5 posts tagged with archives and internet.
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Twitter circa 1990

wwwtxt.org: "In 1995, commercialization, a swelling population, and the multimedia revolution began to shape Web 1.0 and the modern Internet. 1988–94 represent the final years of a much smaller, non-commercial, and text-dominated Internet. / The users of this era were not only programmers, physicists, and university residents—they were also tinkerers, early-adopters, whiz kids, and nerds. Their conversations and documents—valiantly preserved by digital archivists—are fractured across numerous services, increasingly offline-only, and incredibly voluminous (100GB+). / wwwtxt digs deep and resurrects the voices of these digital pioneers as unedited, compelling, and insightful 140-character excerpts." [more inside]
posted by codacorolla on Aug 28, 2013 - 20 comments

A Portrait of the Intertubes as a Child

What did the Internet look like in 1996? "...very few web designers had even the most rudimentary of aesthetic sensibilities, and nearly half of them were clinically retarded."
posted by desjardins on Jan 26, 2008 - 89 comments


Textfiles.com: Before the Web, before Google, we scoured Fidonet, absorbing the forbidden fruits of anarchy, occult and a lot of bad fiction. For better or worse, TEXTFILES are relics of that age.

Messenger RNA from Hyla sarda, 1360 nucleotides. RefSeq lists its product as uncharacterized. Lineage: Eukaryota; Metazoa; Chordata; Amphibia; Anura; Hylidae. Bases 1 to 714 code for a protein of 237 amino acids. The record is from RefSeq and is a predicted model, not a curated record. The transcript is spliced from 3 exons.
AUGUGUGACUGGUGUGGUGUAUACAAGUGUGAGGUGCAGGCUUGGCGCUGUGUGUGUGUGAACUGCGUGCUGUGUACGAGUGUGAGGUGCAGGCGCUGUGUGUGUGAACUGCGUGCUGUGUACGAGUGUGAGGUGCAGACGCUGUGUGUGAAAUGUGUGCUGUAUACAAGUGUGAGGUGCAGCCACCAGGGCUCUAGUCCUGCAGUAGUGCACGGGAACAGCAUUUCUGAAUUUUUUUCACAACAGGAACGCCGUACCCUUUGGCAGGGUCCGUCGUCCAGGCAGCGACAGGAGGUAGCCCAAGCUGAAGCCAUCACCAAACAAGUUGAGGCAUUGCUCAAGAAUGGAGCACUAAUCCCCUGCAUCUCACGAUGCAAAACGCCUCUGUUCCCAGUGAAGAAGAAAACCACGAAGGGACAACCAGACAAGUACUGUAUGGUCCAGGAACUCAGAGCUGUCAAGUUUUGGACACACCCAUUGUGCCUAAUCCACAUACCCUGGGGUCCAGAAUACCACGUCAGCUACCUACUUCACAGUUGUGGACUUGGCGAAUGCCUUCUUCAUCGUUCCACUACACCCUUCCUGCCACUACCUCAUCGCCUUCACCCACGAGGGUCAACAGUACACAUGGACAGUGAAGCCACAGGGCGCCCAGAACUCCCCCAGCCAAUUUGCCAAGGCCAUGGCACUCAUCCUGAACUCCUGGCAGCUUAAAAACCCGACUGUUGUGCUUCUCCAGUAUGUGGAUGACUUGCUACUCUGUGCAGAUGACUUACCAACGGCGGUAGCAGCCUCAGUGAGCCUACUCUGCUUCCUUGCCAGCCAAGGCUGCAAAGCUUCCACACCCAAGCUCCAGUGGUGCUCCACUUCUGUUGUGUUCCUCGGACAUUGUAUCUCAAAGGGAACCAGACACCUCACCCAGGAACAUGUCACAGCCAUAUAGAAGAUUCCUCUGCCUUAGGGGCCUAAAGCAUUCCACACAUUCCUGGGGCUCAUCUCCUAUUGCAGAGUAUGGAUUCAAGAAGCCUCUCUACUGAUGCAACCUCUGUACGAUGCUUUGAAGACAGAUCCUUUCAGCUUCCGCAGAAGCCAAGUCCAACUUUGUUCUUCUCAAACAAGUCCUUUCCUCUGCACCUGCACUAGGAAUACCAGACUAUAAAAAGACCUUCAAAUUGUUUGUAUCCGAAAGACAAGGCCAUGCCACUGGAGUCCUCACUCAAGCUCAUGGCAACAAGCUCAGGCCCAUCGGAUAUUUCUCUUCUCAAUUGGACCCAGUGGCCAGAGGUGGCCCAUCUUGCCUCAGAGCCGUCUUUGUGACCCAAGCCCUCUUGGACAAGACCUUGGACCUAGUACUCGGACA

posted by magnificentsven on Jan 23, 2003 - 12 comments

Yes, Virginia, there was life before the Internet...

Yes, Virginia, there was life before the Internet...
...but nobody's bothered to archive it yet. Thanks to those wacky .edu's, there's a fair amount of historical data out there, but if you're hoping the newspapers who charge for archive "reprints" will have material from the '40s, the '60s or even the '80s, you're still better off going to the library and flipping through microfiche (bet that's the first time THAT word's been used on MetaFilter). I hesitated blogging this story here until I saw how the Internet History Timeline caught some people by surprise... Yes, even we MetaFilterers are sitting on the shoulders of Giants (and a few of us are old enough to remember "They Might Be Giants" as a movie starring George C. Scott).
posted by wendell on Jul 24, 2000 - 8 comments

The Internet FAQ Consortium is a goldmine of information. The highlight of the site is the Internet RFC/FYI/STD/BCP Archives.
posted by tdecius on Sep 22, 1999 - 0 comments

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